Second Chance for the Washington Privacy Act?

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This week the Washington state legislature reintroduced the Washington Privacy Act (WPA), which failed to pass last year. A lot of the same controversial points remain, so can it pass this year? Will 2020 be the year of proliferating state privacy legislation, especially if no federal statute materializes?

What are the contours of the WPA, and how does it compare to the existing alphabet soup of privacy regulation, the GDPR and the CCPA? The WPA closely tracks  the principles of the GDPR, most importantly, with data subject rights to access, correct, export, delete, and opt-out of personal data processing. It also contains common sense privacy principles like transparency, data minimization, use specification, and security. The bill provides special protections for sensitive data, including children, defined as under the age of 13. It also borrows directly from the GDPR the expansive definition of personal data, the high bar for consent as a “clear affirmative” action that must be “ freely given, specific, informed, and unambiguous”, and governs the sharing of data through the framework of controller/processor relationships. Like the CCPA, it also provides for a consumer’s right to opt-out of the “sale” of their personal data to third-parties. Unlike the CCPA, however, “sale” is defined tersely as “the exchange of personal data for monetary or other valuable consideration”. In fact, the bill takes more care to define what does not constitute sale, e.g. sharing data with a processor. How sale is defined may turn out to be irrelevant because we’ve seen most companies adapt quickly and claim that they are not selling data, particularly in the advertising space which CCPA meant to address, leaving the field largely structurally unchanged. It’ll be interesting to see if CCPA 2.0 tackles this issue.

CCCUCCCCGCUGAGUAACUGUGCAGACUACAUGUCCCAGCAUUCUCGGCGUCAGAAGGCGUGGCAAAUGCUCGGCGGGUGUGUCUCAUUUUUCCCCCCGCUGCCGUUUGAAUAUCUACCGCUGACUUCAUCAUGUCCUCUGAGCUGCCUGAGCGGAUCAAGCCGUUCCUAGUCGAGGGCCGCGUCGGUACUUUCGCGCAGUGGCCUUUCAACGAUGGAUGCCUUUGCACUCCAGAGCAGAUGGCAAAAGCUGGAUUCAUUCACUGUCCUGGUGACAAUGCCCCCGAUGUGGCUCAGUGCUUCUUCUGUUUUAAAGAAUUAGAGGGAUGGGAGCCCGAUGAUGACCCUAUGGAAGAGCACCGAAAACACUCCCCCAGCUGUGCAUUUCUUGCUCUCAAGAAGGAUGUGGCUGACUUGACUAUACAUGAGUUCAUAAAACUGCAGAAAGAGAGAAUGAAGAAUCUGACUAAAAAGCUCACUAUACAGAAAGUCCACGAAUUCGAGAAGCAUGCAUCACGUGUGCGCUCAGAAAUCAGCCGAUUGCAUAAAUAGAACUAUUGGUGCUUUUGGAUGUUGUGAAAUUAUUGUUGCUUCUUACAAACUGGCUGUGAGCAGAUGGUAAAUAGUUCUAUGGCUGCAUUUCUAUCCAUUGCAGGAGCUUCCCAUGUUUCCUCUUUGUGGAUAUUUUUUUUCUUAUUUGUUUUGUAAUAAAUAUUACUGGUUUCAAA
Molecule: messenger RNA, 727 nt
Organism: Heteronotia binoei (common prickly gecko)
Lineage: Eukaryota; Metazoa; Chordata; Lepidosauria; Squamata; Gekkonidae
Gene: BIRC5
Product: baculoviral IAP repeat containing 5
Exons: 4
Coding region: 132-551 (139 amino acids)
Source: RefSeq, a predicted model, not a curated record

So far, so good. However, the two sticking points in the bill that remain from last year are that it does not include a private right of action and that it does include a section, albeit a short one, on facial recognition. Let’s take a look at each in turn.

WPA’s lack of a right to private action is a significant weakness of the bill from a consumer rights perspective. CCPA at least provides the right to sue in the event of a data breach, while the WPA does not even make mention of data breaches. While a violation of the WPA could constitute an “unfair and deceptive” practice and therefore consumers could give rise to a private right of action under WA state law the bill does state that only the state Attorney General can bring action against companies for violation of the law. Fines are limited to $7,500 per violation, but it is unclear what is considered a single violation (is it measured per individual or per type of violation). Some argue that a right to private action would be too burdensome for smaller companies. To avoid getting overwhelmed by customer lawsuits, companies can consider simply complying with the law. That takes resources, but we haven’t seen companies go bankrupt yet trying to comply with the CCPA, or for that matter the GDPR, which does give data subjects the right to “effective judicial remedy”. Finally, the WPA’s enforcement is limited to civil penalties and there is no proposal for the establishment of a Washington Data Protection Agency (like in CCPA 2.0).